Project SummaryStudents will create and record character monologues based on a character in Alan Wolfe's The Watch that Ends the Night. Students will analyze a particular character’s attitude toward and interpretation of various events and other characters in a story. Students will analyze what their character does, says, and thinks throughout a text in order to determine how the author has developed and communicated his/her unique perspective. Students will then present in collaboration stations and will analyze and connect other characters and their perspectives to their own. The purpose of the project and the presentation is to enable students to make connections to other characters and perspectives and ultimately to deepen the understanding of the plot and characters.         
Estimated Time180-240 minutes, or 3-4 class periods
Materials / Resources
  • The Watch that Ends the Night (or any piece of literature with multiple perspectives)
  • Ipad (or other recording device)
  • Microphone
  • Green Screen
  • Monitor to present (collaboration station)
  • Equity Maps Premium (App for ipad)
Buildup to the Project:At the beginning of the unit before reading the novel, I will teach the basics of point of view and perspective. I will then ask students to think about an event in their life and write about it from their perspective. Then, I will ask students to write about it from another person’s perspective such as their parents, sibling, friend, etc. The guiding question will be: How does perspective shape our understanding of an event? This should help students begin to understand the importance of perspective and the vital role it plays in our lives and in literature. As students begin reading through their assigned perspective(s) in the novel, students will keep a graphic organizer where they organize the physical, social, and psychological characteristics o f their character.  This is where students will begin to understand that they are missing vital pieces of the story and that it is important to be able to analyze characters’ interactions with one another in order to fully grasp the deeper meaning and understanding of an event. Students will also begin to think about the tools that an author must use in order to create and describe characters. Students will use this organizer to look for examples of the tools that Wolfe uses in his character development.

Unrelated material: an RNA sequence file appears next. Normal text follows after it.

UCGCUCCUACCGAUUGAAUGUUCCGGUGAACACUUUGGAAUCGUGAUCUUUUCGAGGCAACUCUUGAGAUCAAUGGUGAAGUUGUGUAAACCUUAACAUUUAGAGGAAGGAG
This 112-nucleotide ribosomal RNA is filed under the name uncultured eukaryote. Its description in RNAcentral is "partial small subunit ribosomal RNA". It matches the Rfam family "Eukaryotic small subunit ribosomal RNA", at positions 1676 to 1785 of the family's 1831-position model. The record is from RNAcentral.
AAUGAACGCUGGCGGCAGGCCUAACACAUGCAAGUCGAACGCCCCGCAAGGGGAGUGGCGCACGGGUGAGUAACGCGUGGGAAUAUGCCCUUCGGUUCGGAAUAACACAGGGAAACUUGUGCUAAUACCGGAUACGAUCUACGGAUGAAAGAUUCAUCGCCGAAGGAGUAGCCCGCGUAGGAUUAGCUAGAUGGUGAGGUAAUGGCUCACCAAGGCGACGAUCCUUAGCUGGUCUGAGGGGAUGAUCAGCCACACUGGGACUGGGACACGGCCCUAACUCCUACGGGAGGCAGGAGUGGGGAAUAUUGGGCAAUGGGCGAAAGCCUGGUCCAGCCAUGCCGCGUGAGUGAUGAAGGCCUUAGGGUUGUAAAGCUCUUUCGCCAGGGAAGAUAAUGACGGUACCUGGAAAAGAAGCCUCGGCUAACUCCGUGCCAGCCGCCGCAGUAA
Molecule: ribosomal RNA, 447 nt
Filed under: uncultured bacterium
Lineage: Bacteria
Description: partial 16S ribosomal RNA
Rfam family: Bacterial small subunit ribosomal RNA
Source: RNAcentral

StandardsRL.7.6 Analyze how an author develops and contrasts the perspectives of different characters in a text.RL.7.3 Analyze how particular elements of a story or drama interact.RL.7.1 1: Cite several pieces of textual evidence to support analysis of what the text says explicitly as well as inferences drawn from the text.
Project Outline
AskI will begin by asking students what they know about the Titanic and what they know about social classes. I’ll also ask them how an event looks different depending on one’s viewpoint. I will then ask students to think about an event in their life and write about it from their perspective. Next, I will ask students to write about it from another person’s perspective such as their parents, sibling, friend, etc. The guiding question will be: How does perspective shape our understanding of an event?